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  Reply # 600377 26-Mar-2012 16:46 Send private message

DonGould: For a company the size of TCL to accept that the TBox is crap, what impact do you think that might have?  If you were working for BT and building a business case to buy a new TV box for the BT netowrk, or working for Orange and looking at the TBox v's the one that Cisco just purchased last week, then you read that TBox thread, what's the impact?

I think we're often to introspective when looking at these things and don't consider the global implications.

While 200,000 customers is big here, it's just about nothing in Australia and IS nothing in the UK.

But if you sign off on a product for a customer base of 25 million and there was a TBox thread saying the product is crap then would you choose the Cisco option just because people who buy IBM don't get fired?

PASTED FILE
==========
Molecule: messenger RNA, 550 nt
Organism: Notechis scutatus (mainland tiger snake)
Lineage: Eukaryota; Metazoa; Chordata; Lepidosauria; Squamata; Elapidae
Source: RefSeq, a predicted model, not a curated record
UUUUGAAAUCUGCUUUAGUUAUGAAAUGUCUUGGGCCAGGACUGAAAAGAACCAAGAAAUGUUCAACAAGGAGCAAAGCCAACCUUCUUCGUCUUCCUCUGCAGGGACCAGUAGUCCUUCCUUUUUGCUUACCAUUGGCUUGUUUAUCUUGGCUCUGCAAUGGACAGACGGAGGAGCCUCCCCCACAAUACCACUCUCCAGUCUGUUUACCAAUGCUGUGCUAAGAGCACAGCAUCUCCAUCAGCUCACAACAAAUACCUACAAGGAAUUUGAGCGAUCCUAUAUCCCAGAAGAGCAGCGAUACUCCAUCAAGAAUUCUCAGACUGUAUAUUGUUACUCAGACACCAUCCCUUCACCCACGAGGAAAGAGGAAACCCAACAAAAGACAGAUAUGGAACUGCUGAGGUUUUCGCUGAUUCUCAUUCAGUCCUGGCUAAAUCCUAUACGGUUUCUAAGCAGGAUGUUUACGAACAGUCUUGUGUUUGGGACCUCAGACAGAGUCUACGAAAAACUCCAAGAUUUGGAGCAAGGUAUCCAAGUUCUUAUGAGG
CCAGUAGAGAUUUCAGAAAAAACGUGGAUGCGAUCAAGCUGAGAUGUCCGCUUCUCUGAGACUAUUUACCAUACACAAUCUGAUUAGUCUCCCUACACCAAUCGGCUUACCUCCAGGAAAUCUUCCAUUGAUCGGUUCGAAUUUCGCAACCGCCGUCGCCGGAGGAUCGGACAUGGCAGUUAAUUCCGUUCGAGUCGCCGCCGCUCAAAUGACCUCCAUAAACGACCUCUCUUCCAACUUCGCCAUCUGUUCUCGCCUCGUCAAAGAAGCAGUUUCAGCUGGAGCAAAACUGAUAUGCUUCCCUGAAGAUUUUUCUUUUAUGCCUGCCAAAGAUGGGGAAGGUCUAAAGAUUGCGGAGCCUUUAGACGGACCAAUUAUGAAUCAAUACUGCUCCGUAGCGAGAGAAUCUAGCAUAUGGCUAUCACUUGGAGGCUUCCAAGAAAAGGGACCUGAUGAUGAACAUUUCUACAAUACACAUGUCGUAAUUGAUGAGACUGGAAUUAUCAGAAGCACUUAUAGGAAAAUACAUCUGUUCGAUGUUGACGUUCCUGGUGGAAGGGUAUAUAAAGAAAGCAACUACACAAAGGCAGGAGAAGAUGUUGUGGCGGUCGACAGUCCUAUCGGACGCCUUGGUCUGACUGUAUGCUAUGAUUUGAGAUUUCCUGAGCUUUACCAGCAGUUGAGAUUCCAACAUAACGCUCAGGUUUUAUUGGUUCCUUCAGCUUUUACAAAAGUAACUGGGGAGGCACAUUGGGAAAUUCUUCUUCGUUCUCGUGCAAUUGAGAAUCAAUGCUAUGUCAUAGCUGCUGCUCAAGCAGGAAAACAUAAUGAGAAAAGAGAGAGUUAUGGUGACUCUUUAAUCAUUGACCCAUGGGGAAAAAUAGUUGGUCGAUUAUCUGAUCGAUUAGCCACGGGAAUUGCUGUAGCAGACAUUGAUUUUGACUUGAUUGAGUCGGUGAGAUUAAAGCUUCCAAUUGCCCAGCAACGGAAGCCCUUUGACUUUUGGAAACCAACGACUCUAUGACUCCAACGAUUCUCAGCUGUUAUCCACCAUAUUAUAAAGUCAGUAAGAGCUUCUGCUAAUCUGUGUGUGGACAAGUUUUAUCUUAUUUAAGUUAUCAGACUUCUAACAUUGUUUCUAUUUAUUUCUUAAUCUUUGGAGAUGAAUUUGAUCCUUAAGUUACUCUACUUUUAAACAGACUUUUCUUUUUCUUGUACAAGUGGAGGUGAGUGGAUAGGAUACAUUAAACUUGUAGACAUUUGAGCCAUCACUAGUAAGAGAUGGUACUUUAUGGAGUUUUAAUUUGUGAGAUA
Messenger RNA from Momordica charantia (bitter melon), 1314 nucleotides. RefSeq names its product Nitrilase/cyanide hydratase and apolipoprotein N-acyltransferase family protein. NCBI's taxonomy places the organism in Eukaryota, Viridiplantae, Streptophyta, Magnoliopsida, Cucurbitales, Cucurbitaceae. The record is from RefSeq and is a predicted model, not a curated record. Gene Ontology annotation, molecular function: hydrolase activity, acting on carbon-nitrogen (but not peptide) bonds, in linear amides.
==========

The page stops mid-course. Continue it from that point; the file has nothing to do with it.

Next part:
My perspective is either

A) TCL haven't spent much on the Digisoft box or Support and only have one developer 20% of their time dedicated to fixing any issues.  So it's TCL's fault since they haven't spent enough money on the initial contract or on support.

or

B) Digisoft or Verimatrix CA aren't up to snuff in the Telco grade market.  So it's TCLs fault for not doing enough diligence selecting Digisoft/Verimatrix, or they are extremely unresponsive.  TCL is very small player in the world with less than 80k total digital TV subs from what I heard a while ago so it's hard to justify a high end expensive box.  So if digisoft are a small player one would think they would put all their time and efforts to get it right and use it as a test case to show to the world.

To me it speaks volumes about both TCL and Digisoft.  But I don't want to hijack this thread as there is already a long thread talking about this as everything I am saying is purely speculation.

Much as I hate to say it.  I've had a MySky for 1 year now.  How many times have I rebooted it?  Never in 12 months.